• Frequency: Repeat for 1 minute, 3-5 times daily.
  1. Cross-Body Reach
  • Technique: Gently stretch the affected arm across the body using the other arm. Hold the stretch for 15-20 seconds.
  • Frequency: Repeat 10 times each session, at least once daily.

You can also apply heat or ice over the affected shoulder, sit upright and with your shoulders back, and sleep either with a pillow under the shoulder or on the non-affected shoulder to relieve pain and stiffness.

Additional Strategies

Besides the suggestions above, a few lifestyle adjustments can also make a significant difference in symptom management and recovery when dealing with a frozen shoulder.

Modify Your Activities

Shoulder mobility is essential for many of our daily activities. However, with that movement now restricted and painful, it’s necessary to reduce shoulder strain as much as possible to help with pain management and recovery.

These changes don’t have to be major – even simple tweaks will make a difference. For example, using a step stool to reach for something high so that you put less stress on your shoulders. Or repositioning your seat while driving so your shoulders aren’t raised so much.

Use Supportive Devices

If your doctor or therapist recommends specific devices or aids to help manage your frozen shoulder, such as slings, feel free to use them.

However, it’s important to remember that while these supportive devices can provide temporary relief, overuse can decrease your shoulder’s mobility due to a lack of use. This, of course, can worsen your condition.

Use these aids as directed, but avoid being overdependent on them. The key is to use them to complement your exercise and therapy routines. Remember that they’re there to support your movement, not restrict or replace it.

Get Educated

Being afflicted with a frozen shoulder can be anxiety-inducing, but knowledge is half the battle. Understanding the condition and what to expect during each stage can help provide a realistic timeframe for recovery. It can also be reassuring to be able to play an active part in your healing process.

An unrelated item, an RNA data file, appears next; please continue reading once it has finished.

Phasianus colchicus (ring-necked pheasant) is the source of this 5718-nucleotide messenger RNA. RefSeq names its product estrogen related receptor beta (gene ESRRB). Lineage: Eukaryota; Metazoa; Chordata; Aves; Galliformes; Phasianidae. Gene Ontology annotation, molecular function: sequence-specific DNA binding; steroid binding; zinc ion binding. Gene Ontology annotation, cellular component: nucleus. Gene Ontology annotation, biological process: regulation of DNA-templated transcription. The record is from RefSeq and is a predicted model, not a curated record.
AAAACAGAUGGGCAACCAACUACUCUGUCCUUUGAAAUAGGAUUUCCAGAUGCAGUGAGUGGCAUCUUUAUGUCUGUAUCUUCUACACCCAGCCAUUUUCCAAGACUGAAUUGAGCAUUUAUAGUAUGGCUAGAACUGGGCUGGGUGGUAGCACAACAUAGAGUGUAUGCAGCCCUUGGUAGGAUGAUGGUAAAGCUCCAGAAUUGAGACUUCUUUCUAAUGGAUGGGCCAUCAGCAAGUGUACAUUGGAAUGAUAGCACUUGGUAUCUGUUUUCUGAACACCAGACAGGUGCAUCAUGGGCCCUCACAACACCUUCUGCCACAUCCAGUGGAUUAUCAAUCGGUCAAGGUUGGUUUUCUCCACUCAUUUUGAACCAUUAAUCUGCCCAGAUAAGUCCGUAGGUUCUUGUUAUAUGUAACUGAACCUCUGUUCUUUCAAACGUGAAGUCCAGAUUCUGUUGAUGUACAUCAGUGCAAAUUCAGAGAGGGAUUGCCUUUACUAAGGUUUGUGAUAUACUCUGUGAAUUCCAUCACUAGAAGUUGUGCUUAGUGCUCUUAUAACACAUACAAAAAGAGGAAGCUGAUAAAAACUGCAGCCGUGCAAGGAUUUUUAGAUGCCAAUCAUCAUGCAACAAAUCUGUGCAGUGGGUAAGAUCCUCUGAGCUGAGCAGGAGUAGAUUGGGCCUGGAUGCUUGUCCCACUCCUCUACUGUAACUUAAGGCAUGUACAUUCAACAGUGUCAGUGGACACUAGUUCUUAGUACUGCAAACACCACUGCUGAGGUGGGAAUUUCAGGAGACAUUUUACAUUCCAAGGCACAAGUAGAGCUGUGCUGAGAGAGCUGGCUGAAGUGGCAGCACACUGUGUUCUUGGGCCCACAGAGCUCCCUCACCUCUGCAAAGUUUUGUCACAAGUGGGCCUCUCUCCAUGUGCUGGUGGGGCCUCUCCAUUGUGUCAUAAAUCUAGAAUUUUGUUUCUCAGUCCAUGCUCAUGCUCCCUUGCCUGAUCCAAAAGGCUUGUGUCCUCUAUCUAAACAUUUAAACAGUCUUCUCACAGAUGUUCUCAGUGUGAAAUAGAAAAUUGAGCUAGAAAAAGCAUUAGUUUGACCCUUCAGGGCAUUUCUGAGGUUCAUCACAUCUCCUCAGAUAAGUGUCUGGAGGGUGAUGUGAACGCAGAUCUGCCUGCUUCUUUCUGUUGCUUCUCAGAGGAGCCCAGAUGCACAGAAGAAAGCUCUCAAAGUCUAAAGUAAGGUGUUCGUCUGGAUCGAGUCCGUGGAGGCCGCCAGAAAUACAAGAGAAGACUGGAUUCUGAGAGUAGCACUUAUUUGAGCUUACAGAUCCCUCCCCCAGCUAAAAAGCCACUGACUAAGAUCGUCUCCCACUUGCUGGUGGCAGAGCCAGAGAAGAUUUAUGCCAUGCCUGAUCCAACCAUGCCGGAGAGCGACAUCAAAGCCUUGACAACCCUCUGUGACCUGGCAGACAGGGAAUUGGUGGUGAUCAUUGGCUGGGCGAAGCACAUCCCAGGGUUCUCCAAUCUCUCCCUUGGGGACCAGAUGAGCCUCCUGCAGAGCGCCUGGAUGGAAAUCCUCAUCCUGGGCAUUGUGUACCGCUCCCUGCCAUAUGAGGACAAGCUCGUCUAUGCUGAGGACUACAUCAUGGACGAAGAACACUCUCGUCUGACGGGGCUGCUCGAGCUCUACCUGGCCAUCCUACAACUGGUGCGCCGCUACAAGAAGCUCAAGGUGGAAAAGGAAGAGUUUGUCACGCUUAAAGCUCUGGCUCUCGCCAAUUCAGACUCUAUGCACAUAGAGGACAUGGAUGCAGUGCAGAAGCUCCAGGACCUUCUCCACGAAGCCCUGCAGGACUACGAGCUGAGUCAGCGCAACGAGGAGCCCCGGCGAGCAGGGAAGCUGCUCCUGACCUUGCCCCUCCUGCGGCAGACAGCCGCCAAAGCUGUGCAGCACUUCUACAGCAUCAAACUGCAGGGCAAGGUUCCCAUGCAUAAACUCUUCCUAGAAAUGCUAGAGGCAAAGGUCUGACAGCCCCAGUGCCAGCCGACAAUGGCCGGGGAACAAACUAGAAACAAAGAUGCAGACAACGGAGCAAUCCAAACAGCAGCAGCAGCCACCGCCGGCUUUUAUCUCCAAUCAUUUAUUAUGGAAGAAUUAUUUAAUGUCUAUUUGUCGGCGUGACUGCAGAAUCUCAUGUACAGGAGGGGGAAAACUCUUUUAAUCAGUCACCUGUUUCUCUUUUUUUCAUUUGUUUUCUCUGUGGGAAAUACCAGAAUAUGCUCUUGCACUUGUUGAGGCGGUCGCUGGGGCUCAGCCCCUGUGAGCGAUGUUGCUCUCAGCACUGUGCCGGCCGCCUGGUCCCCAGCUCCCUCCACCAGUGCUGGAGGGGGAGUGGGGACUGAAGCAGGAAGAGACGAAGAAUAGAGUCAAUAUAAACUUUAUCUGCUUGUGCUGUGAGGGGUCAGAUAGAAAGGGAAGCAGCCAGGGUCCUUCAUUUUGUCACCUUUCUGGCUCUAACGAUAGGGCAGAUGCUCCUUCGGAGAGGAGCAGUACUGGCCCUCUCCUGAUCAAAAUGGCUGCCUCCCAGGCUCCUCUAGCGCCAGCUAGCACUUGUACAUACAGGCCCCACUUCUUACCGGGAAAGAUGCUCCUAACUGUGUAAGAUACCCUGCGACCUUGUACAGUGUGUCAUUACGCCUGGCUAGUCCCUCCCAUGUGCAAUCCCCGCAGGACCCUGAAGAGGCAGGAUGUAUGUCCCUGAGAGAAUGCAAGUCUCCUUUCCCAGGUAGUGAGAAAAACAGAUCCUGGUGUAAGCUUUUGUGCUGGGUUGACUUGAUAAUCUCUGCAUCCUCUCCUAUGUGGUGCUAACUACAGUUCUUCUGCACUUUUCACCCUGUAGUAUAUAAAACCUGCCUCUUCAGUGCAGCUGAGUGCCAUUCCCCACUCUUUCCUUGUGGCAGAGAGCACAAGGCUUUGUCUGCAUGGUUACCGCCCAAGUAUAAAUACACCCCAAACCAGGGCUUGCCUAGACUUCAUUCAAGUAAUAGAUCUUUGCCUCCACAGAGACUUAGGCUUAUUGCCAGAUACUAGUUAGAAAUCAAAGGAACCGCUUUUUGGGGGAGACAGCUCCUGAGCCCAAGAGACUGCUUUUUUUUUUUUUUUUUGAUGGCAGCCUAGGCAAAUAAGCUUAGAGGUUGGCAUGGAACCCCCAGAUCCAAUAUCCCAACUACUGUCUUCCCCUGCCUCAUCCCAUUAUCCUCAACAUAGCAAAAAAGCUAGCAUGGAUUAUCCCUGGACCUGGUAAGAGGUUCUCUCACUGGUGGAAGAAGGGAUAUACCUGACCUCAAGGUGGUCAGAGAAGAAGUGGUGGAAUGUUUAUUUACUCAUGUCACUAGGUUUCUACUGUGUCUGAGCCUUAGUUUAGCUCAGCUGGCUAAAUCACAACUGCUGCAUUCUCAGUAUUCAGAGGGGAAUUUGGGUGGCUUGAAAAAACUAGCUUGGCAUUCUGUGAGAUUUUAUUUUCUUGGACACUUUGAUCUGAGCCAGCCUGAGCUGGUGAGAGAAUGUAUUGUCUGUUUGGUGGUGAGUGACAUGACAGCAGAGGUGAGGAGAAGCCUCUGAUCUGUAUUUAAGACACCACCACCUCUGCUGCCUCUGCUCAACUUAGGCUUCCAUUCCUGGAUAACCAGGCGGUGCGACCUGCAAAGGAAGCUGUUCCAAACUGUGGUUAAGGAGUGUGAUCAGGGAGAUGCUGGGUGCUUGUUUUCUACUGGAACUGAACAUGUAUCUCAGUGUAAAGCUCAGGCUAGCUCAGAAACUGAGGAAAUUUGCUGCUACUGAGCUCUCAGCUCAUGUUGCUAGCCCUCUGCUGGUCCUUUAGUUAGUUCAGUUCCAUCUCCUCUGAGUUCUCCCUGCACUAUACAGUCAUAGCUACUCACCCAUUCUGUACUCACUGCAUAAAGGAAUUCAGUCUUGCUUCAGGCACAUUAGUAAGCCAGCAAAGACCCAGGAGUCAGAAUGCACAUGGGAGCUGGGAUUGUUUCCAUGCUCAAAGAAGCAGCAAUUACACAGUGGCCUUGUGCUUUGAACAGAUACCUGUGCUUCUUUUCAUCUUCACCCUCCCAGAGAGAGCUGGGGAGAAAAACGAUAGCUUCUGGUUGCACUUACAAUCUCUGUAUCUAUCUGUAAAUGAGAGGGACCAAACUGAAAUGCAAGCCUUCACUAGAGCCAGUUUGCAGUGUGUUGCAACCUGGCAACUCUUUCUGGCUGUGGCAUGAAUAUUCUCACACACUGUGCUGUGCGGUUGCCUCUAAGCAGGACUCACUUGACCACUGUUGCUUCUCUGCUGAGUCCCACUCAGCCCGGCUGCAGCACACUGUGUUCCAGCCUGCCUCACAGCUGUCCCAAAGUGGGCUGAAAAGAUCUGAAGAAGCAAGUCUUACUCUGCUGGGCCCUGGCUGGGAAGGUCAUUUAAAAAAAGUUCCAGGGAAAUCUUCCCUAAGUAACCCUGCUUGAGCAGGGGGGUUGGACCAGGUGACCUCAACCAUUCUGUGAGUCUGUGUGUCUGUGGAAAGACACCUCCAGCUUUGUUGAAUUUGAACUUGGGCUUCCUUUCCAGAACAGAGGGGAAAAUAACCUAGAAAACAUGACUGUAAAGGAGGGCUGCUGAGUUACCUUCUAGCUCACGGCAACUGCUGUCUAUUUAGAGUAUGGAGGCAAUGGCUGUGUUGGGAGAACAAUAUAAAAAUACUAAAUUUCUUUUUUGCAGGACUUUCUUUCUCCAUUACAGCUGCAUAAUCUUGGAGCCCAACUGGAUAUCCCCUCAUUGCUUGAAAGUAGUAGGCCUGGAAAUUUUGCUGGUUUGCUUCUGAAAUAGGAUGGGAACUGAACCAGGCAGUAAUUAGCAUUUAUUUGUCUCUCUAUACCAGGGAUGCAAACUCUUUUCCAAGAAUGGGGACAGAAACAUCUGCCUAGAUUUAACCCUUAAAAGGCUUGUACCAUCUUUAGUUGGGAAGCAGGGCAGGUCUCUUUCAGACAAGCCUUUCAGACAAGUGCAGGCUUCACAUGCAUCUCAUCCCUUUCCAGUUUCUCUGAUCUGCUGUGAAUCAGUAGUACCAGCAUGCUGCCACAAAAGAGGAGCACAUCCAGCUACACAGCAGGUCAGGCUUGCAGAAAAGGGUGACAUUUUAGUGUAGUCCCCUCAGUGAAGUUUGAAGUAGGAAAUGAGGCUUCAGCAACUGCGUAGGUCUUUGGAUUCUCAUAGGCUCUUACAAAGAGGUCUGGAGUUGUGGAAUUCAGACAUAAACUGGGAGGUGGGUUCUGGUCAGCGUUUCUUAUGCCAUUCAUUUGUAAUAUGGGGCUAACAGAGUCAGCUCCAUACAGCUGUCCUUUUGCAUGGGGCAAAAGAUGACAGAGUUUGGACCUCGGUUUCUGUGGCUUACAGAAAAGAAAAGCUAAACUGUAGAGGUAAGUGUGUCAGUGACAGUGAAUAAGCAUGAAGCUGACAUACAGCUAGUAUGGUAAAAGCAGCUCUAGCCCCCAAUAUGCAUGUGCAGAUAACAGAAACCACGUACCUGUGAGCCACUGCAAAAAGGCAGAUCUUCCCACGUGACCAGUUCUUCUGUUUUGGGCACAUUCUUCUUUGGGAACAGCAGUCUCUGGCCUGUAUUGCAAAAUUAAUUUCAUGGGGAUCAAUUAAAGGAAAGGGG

Do lots of research but don’t fully rely on desktop searches and anecdotes alone. Be proactive in asking your doctors and nurses about the condition and how you can best manage it, as well as what to expect and what others can do to help you. The more you know, the better prepared you’ll be.

How Osteopathy Can Help with Frozen Shoulders

Among other strategies, osteopathy offers a tailored and effective solution for those struggling with frozen shoulder. At the heart of this approach is gentle joint manipulation. Osteopaths use their expertise to carefully increase shoulder mobility and reduce stiffness, ensuring the process is both comfortable and within the patient’s pain threshold.

Beyond just hands-on therapy, osteopathy also includes personalised exercise programmes to strengthen the shoulder and enhance its flexibility. Additionally, osteopaths provide invaluable advice on posture and lifestyle adjustments. Not only does this help patients with their immediate shoulder recovery, but it also helps prevent other ailments.

Fix Your Frozen Shoulder with Healing Hands Osteopathy

Embark on your journey to freedom from pain and stiffness with Healing Hands Osteopathy. Say goodbye to frozen shoulder and hello to renewed mobility. Contact us today for shoulder pain treatment in Ferntree Gully and take your first step towards recovery!